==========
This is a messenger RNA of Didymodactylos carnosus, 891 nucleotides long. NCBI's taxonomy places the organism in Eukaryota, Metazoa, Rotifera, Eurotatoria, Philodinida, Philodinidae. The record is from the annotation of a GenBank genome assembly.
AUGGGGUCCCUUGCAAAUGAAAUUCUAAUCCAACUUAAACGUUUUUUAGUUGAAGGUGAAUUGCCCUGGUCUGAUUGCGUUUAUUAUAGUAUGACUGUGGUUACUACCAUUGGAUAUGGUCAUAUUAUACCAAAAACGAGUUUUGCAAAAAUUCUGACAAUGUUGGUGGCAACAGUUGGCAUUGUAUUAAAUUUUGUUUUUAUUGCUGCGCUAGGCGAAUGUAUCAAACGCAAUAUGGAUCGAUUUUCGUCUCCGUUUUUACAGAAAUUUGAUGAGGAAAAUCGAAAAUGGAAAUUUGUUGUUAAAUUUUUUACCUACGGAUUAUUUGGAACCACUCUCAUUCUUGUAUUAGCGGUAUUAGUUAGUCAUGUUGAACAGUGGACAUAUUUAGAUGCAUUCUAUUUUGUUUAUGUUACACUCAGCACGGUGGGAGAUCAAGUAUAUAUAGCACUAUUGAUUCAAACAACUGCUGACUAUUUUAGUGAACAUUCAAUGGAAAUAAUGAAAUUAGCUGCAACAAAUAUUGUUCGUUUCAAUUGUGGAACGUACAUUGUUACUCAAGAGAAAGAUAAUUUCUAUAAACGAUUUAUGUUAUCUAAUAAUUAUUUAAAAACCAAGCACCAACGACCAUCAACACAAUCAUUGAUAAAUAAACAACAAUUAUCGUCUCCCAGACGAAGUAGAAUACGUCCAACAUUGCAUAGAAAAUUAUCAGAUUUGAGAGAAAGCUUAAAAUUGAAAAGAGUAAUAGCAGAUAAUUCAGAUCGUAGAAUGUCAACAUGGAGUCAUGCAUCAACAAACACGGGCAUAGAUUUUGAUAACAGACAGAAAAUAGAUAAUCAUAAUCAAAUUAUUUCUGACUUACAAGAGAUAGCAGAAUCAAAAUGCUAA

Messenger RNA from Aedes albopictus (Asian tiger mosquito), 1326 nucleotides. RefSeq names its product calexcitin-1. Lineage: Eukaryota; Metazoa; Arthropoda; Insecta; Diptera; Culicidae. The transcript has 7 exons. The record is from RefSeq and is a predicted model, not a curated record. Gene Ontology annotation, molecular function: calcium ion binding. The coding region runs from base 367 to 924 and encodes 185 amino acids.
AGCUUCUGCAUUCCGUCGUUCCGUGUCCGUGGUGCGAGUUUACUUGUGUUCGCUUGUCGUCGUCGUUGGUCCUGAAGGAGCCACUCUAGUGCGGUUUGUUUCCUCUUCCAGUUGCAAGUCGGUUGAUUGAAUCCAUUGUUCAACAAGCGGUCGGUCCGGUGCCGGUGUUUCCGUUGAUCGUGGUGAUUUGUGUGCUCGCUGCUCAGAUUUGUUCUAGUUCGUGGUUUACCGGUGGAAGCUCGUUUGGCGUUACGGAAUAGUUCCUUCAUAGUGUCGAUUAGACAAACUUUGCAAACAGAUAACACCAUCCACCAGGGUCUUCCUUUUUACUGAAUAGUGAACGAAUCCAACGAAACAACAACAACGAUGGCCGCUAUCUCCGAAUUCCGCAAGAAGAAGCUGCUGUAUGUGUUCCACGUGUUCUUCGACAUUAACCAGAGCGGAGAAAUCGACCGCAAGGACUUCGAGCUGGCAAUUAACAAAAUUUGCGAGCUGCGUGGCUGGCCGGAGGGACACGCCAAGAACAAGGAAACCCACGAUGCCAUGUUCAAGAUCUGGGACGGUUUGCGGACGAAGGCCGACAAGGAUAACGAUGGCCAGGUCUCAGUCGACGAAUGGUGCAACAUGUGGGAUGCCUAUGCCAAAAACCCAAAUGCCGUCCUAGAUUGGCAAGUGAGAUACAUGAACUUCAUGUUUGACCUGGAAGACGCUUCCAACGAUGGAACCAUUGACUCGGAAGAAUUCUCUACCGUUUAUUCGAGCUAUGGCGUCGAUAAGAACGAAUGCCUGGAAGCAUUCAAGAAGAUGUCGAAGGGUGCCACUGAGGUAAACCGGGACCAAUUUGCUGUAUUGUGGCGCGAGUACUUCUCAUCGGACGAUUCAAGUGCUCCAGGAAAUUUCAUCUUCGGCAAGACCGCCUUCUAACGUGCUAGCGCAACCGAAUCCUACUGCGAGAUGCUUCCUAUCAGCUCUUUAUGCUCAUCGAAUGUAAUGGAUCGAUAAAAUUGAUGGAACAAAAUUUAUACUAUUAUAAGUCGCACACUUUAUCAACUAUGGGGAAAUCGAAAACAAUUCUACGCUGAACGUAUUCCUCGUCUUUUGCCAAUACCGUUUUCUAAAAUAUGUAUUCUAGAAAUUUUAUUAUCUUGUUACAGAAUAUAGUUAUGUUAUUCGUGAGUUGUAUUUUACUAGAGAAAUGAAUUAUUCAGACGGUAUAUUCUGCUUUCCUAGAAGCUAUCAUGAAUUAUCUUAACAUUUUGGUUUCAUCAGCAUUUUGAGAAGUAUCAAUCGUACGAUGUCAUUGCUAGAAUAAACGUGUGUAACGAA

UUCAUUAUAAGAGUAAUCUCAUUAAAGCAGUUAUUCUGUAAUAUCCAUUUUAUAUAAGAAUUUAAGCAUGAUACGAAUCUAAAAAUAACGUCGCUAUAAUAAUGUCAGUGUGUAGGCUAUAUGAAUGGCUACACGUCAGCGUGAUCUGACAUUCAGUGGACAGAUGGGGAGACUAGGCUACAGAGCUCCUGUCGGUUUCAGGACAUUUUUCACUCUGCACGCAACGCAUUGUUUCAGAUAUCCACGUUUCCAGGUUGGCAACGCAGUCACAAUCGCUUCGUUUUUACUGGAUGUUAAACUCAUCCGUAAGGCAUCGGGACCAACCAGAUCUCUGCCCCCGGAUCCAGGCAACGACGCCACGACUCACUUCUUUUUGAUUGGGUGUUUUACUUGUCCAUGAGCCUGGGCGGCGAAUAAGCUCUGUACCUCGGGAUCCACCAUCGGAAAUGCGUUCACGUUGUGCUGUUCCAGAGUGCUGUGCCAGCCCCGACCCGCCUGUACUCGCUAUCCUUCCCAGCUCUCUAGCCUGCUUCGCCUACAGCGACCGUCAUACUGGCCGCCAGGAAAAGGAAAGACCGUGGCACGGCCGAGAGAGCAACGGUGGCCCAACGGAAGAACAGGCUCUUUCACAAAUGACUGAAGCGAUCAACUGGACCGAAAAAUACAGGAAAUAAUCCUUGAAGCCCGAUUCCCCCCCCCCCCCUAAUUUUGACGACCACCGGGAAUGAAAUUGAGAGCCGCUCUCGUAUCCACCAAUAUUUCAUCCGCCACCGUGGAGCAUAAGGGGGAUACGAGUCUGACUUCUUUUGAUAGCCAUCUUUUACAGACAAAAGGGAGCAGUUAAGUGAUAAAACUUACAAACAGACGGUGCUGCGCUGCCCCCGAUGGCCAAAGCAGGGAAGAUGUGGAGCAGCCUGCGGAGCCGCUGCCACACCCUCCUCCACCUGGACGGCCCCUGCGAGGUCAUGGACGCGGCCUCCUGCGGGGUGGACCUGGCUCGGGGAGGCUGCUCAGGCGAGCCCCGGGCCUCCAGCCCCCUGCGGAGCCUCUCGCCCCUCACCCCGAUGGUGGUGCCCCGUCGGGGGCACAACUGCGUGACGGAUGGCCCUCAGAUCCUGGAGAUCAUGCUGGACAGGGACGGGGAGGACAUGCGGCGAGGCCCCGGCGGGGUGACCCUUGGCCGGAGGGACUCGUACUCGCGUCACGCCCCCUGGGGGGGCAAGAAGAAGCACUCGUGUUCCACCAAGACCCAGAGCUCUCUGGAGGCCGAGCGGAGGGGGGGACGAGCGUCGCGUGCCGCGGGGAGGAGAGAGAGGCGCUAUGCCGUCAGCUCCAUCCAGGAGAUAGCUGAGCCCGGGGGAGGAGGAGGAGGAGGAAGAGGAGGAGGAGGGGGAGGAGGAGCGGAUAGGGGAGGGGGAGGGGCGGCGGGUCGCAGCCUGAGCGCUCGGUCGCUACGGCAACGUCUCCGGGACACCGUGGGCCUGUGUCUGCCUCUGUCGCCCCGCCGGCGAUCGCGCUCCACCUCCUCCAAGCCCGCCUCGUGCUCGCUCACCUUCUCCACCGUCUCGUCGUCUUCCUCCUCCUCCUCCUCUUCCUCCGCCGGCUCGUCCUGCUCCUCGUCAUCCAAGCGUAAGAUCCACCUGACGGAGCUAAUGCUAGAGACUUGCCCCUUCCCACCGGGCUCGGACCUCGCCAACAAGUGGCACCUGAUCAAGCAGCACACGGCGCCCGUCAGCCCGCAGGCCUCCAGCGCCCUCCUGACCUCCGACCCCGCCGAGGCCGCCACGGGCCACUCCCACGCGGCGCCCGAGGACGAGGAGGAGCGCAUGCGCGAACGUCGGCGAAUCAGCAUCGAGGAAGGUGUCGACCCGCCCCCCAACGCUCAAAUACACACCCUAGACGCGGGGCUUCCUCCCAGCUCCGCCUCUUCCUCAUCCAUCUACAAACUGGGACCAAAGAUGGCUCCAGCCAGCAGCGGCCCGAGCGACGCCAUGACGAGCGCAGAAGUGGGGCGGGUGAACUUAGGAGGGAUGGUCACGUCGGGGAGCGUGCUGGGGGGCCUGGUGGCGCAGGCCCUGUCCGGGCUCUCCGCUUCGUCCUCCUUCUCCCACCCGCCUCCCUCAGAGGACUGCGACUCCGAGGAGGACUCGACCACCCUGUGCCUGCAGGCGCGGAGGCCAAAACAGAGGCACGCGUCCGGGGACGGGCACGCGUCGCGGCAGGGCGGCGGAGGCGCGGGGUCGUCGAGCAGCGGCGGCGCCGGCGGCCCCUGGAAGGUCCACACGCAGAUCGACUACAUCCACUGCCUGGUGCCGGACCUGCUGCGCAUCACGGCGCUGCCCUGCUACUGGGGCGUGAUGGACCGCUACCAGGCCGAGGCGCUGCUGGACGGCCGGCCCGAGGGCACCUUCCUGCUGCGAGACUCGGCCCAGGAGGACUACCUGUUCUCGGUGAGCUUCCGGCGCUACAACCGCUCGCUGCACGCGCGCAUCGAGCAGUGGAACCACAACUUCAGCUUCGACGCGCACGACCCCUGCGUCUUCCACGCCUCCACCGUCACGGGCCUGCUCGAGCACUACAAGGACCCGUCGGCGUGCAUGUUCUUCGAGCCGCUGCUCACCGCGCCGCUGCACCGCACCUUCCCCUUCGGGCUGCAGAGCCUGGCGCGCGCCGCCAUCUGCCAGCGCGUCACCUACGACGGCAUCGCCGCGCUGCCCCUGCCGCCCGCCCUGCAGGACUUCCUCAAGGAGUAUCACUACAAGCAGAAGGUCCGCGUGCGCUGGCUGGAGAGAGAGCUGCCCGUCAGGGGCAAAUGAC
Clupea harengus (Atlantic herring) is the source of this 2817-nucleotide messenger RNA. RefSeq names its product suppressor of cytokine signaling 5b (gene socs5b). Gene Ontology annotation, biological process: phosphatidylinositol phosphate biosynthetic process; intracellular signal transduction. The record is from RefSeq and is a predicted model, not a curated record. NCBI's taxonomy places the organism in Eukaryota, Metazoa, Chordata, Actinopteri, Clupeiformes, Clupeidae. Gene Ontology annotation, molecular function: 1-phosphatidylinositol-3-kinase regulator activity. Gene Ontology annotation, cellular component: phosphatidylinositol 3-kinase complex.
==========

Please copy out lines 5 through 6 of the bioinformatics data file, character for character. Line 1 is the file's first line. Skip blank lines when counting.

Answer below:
UUCAUUAUAAGAGUAAUCUCAUUAAAGCAGUUAUUCUGUAAUAUCCAUUUUAUAUAAGAAUUUAAGCAUGAUACGAAUCUAAAAAUAACGUCGCUAUAAUAAUGUCAGUGUGUAGGCUAUAUGAAUGGCUACACGUCAGCGUGAUCUGACAUUCAGUGGACAGAUGGGGAGACUAGGCUACAGAGCUCCUGUCGGUUUCAGGACAUUUUUCACUCUGCACGCAACGCAUUGUUUCAGAUAUCCACGUUUCCAGGUUGGCAACGCAGUCACAAUCGCUUCGUUUUUACUGGAUGUUAAACUCAUCCGUAAGGCAUCGGGACCAACCAGAUCUCUGCCCCCGGAUCCAGGCAACGACGCCACGACUCACUUCUUUUUGAUUGGGUGUUUUACUUGUCCAUGAGCCUGGGCGGCGAAUAAGCUCUGUACCUCGGGAUCCACCAUCGGAAAUGCGUUCACGUUGUGCUGUUCCAGAGUGCUGUGCCAGCCCCGACCCGCCUGUACUCGCUAUCCUUCCCAGCUCUCUAGCCUGCUUCGCCUACAGCGACCGUCAUACUGGCCGCCAGGAAAAGGAAAGACCGUGGCACGGCCGAGAGAGCAACGGUGGCCCAACGGAAGAACAGGCUCUUUCACAAAUGACUGAAGCGAUCAACUGGACCGAAAAAUACAGGAAAUAAUCCUUGAAGCCCGAUUCCCCCCCCCCCCCUAAUUUUGACGACCACCGGGAAUGAAAUUGAGAGCCGCUCUCGUAUCCACCAAUAUUUCAUCCGCCACCGUGGAGCAUAAGGGGGAUACGAGUCUGACUUCUUUUGAUAGCCAUCUUUUACAGACAAAAGGGAGCAGUUAAGUGAUAAAACUUACAAACAGACGGUGCUGCGCUGCCCCCGAUGGCCAAAGCAGGGAAGAUGUGGAGCAGCCUGCGGAGCCGCUGCCACACCCUCCUCCACCUGGACGGCCCCUGCGAGGUCAUGGACGCGGCCUCCUGCGGGGUGGACCUGGCUCGGGGAGGCUGCUCAGGCGAGCCCCGGGCCUCCAGCCCCCUGCGGAGCCUCUCGCCCCUCACCCCGAUGGUGGUGCCCCGUCGGGGGCACAACUGCGUGACGGAUGGCCCUCAGAUCCUGGAGAUCAUGCUGGACAGGGACGGGGAGGACAUGCGGCGAGGCCCCGGCGGGGUGACCCUUGGCCGGAGGGACUCGUACUCGCGUCACGCCCCCUGGGGGGGCAAGAAGAAGCACUCGUGUUCCACCAAGACCCAGAGCUCUCUGGAGGCCGAGCGGAGGGGGGGACGAGCGUCGCGUGCCGCGGGGAGGAGAGAGAGGCGCUAUGCCGUCAGCUCCAUCCAGGAGAUAGCUGAGCCCGGGGGAGGAGGAGGAGGAGGAAGAGGAGGAGGAGGGGGAGGAGGAGCGGAUAGGGGAGGGGGAGGGGCGGCGGGUCGCAGCCUGAGCGCUCGGUCGCUACGGCAACGUCUCCGGGACACCGUGGGCCUGUGUCUGCCUCUGUCGCCCCGCCGGCGAUCGCGCUCCACCUCCUCCAAGCCCGCCUCGUGCUCGCUCACCUUCUCCACCGUCUCGUCGUCUUCCUCCUCCUCCUCCUCUUCCUCCGCCGGCUCGUCCUGCUCCUCGUCAUCCAAGCGUAAGAUCCACCUGACGGAGCUAAUGCUAGAGACUUGCCCCUUCCCACCGGGCUCGGACCUCGCCAACAAGUGGCACCUGAUCAAGCAGCACACGGCGCCCGUCAGCCCGCAGGCCUCCAGCGCCCUCCUGACCUCCGACCCCGCCGAGGCCGCCACGGGCCACUCCCACGCGGCGCCCGAGGACGAGGAGGAGCGCAUGCGCGAACGUCGGCGAAUCAGCAUCGAGGAAGGUGUCGACCCGCCCCCCAACGCUCAAAUACACACCCUAGACGCGGGGCUUCCUCCCAGCUCCGCCUCUUCCUCAUCCAUCUACAAACUGGGACCAAAGAUGGCUCCAGCCAGCAGCGGCCCGAGCGACGCCAUGACGAGCGCAGAAGUGGGGCGGGUGAACUUAGGAGGGAUGGUCACGUCGGGGAGCGUGCUGGGGGGCCUGGUGGCGCAGGCCCUGUCCGGGCUCUCCGCUUCGUCCUCCUUCUCCCACCCGCCUCCCUCAGAGGACUGCGACUCCGAGGAGGACUCGACCACCCUGUGCCUGCAGGCGCGGAGGCCAAAACAGAGGCACGCGUCCGGGGACGGGCACGCGUCGCGGCAGGGCGGCGGAGGCGCGGGGUCGUCGAGCAGCGGCGGCGCCGGCGGCCCCUGGAAGGUCCACACGCAGAUCGACUACAUCCACUGCCUGGUGCCGGACCUGCUGCGCAUCACGGCGCUGCCCUGCUACUGGGGCGUGAUGGACCGCUACCAGGCCGAGGCGCUGCUGGACGGCCGGCCCGAGGGCACCUUCCUGCUGCGAGACUCGGCCCAGGAGGACUACCUGUUCUCGGUGAGCUUCCGGCGCUACAACCGCUCGCUGCACGCGCGCAUCGAGCAGUGGAACCACAACUUCAGCUUCGACGCGCACGACCCCUGCGUCUUCCACGCCUCCACCGUCACGGGCCUGCUCGAGCACUACAAGGACCCGUCGGCGUGCAUGUUCUUCGAGCCGCUGCUCACCGCGCCGCUGCACCGCACCUUCCCCUUCGGGCUGCAGAGCCUGGCGCGCGCCGCCAUCUGCCAGCGCGUCACCUACGACGGCAUCGCCGCGCUGCCCCUGCCGCCCGCCCUGCAGGACUUCCUCAAGGAGUAUCACUACAAGCAGAAGGUCCGCGUGCGCUGGCUGGAGAGAGAGCUGCCCGUCAGGGGCAAAUGAC
Clupea harengus (Atlantic herring) is the source of this 2817-nucleotide messenger RNA. RefSeq names its product suppressor of cytokine signaling 5b (gene socs5b). Gene Ontology annotation, biological process: phosphatidylinositol phosphate biosynthetic process; intracellular signal transduction. The record is from RefSeq and is a predicted model, not a curated record. NCBI's taxonomy places the organism in Eukaryota, Metazoa, Chordata, Actinopteri, Clupeiformes, Clupeidae. Gene Ontology annotation, molecular function: 1-phosphatidylinositol-3-kinase regulator activity. Gene Ontology annotation, cellular component: phosphatidylinositol 3-kinase complex.